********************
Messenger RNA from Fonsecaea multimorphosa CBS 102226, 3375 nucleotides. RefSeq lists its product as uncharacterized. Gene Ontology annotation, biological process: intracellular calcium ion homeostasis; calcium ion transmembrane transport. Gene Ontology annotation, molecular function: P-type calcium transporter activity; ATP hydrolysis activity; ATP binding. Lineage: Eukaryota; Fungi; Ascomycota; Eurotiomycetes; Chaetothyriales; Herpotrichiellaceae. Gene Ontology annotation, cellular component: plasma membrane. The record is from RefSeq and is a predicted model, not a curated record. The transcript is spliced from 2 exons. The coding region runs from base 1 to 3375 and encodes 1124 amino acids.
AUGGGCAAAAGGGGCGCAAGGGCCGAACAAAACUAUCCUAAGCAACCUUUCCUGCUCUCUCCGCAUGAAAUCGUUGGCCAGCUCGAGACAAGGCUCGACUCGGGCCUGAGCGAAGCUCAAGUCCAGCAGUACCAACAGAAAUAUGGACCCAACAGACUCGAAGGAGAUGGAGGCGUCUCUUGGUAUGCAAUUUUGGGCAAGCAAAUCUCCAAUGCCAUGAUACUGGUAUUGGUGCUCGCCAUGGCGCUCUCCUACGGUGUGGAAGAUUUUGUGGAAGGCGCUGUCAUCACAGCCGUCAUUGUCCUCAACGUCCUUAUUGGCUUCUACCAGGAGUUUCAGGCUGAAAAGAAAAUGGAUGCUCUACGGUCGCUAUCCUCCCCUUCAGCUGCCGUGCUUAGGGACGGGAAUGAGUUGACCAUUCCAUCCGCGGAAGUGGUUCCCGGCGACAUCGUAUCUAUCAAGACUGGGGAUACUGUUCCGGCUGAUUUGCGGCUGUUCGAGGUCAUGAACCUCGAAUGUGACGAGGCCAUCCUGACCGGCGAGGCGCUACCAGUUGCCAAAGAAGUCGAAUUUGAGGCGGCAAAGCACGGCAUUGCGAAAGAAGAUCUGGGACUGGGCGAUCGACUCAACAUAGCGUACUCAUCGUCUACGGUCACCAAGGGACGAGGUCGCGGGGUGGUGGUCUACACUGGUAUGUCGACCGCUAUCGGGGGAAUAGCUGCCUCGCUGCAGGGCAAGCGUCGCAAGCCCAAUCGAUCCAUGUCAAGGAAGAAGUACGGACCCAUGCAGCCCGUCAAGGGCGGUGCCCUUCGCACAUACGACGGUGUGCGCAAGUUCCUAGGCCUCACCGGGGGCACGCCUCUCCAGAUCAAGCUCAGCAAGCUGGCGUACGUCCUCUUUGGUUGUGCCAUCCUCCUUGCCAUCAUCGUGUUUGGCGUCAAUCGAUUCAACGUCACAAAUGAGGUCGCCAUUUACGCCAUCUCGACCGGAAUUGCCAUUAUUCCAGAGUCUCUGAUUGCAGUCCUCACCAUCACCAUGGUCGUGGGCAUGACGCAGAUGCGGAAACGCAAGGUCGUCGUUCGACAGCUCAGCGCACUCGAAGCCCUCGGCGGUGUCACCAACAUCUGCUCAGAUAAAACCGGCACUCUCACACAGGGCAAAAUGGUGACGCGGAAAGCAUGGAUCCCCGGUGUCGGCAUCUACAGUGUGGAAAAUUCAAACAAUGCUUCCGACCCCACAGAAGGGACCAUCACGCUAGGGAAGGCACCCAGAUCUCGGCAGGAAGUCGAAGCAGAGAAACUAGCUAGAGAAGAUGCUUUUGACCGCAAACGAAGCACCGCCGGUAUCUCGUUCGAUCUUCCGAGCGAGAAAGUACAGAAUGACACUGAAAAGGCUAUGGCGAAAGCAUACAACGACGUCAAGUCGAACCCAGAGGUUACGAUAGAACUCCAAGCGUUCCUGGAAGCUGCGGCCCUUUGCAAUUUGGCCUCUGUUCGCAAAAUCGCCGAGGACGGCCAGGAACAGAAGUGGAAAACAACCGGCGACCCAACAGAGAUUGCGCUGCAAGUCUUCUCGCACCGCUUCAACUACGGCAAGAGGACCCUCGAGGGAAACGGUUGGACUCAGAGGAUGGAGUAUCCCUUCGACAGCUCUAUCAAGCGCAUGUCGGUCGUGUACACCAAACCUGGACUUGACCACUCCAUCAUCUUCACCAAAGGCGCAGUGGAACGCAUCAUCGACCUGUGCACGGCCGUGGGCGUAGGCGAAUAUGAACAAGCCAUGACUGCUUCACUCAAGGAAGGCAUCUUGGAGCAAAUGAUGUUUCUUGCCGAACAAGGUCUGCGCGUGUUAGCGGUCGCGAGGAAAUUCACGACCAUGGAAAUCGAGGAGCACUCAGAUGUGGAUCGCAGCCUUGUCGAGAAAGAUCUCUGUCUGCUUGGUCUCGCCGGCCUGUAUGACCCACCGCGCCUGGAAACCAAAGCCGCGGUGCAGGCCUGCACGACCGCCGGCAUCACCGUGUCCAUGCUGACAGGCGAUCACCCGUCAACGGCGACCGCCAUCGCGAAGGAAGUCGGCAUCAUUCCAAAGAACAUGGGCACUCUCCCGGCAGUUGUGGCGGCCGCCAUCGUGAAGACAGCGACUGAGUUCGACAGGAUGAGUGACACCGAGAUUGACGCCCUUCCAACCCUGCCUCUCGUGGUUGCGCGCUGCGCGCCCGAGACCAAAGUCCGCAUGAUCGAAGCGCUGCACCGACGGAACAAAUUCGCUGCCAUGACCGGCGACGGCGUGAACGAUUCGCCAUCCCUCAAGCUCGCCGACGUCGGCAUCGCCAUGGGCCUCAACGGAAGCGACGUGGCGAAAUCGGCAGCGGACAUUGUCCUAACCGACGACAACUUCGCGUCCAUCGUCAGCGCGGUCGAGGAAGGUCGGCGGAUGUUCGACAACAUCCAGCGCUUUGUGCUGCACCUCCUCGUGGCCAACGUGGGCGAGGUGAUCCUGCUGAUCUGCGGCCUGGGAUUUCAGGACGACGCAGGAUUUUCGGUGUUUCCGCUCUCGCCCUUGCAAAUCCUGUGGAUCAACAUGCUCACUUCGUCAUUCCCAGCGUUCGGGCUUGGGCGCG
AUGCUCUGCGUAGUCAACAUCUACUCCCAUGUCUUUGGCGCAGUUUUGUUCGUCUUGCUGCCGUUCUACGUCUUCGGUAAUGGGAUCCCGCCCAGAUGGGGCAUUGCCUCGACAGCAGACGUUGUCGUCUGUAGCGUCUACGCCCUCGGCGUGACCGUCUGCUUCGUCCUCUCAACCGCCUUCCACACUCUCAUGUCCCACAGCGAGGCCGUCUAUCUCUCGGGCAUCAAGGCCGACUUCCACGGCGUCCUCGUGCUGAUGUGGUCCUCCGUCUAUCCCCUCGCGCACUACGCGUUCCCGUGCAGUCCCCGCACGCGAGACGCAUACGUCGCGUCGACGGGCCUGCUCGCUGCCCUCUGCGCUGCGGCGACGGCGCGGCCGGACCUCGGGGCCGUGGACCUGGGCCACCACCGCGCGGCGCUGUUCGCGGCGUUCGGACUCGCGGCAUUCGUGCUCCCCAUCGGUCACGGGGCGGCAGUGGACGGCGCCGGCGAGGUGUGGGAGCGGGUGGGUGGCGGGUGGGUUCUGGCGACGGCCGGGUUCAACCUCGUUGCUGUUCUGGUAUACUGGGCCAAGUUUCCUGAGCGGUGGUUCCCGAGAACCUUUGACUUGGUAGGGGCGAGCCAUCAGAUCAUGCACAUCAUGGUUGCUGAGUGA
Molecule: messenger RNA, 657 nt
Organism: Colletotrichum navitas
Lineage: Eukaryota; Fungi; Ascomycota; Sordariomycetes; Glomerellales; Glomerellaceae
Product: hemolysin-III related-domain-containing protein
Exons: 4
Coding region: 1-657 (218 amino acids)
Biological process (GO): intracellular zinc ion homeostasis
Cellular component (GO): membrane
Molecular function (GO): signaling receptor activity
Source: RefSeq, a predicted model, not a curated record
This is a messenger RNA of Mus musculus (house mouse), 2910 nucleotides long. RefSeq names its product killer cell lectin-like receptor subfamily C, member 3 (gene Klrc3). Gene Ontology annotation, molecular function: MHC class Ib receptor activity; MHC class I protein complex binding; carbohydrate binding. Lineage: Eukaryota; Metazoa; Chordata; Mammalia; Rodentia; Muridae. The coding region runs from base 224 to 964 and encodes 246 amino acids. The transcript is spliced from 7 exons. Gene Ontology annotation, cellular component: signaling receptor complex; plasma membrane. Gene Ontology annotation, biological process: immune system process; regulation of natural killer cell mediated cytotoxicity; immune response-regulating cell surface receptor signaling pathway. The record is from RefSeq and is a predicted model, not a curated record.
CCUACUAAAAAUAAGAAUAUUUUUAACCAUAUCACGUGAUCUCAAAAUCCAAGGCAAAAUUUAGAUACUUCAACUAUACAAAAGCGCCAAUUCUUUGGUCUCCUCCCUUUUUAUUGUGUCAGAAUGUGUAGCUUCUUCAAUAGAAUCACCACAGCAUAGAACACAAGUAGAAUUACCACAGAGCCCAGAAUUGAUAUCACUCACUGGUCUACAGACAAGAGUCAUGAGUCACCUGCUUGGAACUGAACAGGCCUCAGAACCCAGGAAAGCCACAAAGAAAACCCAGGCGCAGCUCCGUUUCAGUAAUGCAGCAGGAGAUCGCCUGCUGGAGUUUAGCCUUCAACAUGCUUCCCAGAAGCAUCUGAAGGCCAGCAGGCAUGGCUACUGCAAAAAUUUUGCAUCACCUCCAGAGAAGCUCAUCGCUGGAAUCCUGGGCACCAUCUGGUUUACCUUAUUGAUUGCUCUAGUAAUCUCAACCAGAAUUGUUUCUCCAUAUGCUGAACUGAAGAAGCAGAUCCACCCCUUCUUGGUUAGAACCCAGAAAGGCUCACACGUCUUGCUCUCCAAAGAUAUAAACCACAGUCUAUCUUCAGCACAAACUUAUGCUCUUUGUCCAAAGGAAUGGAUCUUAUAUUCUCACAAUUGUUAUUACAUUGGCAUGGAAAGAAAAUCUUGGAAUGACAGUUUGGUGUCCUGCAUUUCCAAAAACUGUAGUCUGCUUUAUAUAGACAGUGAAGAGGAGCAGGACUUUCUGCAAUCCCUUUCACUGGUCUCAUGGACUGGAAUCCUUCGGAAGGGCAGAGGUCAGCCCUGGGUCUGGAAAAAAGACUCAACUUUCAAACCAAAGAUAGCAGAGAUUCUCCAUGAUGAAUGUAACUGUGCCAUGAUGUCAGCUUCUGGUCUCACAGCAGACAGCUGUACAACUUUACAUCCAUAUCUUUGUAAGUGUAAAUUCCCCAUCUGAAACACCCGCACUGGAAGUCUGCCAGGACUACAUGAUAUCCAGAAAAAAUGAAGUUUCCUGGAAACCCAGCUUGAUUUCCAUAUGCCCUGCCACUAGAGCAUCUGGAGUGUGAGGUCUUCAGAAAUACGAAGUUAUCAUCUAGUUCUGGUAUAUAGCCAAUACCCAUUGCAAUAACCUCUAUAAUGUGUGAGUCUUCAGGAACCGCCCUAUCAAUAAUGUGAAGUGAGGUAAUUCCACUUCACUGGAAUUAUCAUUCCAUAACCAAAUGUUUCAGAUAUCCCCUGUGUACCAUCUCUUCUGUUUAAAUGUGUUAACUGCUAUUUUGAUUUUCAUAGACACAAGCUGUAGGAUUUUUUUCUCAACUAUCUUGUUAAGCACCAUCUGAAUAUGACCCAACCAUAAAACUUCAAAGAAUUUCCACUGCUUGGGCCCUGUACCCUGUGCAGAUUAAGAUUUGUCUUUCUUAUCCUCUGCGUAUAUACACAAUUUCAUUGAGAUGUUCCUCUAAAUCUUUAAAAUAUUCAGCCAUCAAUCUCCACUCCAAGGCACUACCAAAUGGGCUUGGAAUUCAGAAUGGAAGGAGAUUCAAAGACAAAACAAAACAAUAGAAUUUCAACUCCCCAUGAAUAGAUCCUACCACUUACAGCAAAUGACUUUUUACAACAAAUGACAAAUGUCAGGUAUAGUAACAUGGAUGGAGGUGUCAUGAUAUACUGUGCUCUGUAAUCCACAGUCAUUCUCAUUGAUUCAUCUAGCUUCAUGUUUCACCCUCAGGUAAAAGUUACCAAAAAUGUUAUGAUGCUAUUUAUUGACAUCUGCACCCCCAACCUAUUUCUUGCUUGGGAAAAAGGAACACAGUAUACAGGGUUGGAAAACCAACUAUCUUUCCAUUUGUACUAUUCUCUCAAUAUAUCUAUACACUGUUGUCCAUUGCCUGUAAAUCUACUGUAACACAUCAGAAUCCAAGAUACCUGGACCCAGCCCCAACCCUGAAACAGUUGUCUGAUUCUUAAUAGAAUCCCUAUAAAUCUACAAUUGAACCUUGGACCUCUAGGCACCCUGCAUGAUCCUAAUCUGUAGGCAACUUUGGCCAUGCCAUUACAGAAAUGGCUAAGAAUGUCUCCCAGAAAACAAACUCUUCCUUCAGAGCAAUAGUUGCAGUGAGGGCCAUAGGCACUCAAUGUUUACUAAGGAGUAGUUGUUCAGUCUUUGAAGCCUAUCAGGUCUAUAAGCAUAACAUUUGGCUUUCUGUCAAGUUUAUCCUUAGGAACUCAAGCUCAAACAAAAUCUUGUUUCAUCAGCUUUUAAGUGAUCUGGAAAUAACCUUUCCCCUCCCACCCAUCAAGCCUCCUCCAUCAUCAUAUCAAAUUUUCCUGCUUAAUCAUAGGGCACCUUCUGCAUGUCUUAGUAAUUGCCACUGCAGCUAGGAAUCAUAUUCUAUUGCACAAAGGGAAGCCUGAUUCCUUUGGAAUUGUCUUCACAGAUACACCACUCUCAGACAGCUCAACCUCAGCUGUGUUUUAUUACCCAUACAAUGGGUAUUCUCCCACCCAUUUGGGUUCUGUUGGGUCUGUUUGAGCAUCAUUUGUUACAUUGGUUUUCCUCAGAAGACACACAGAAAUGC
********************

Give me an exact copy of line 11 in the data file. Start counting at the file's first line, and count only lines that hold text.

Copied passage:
Cellular component (GO): membrane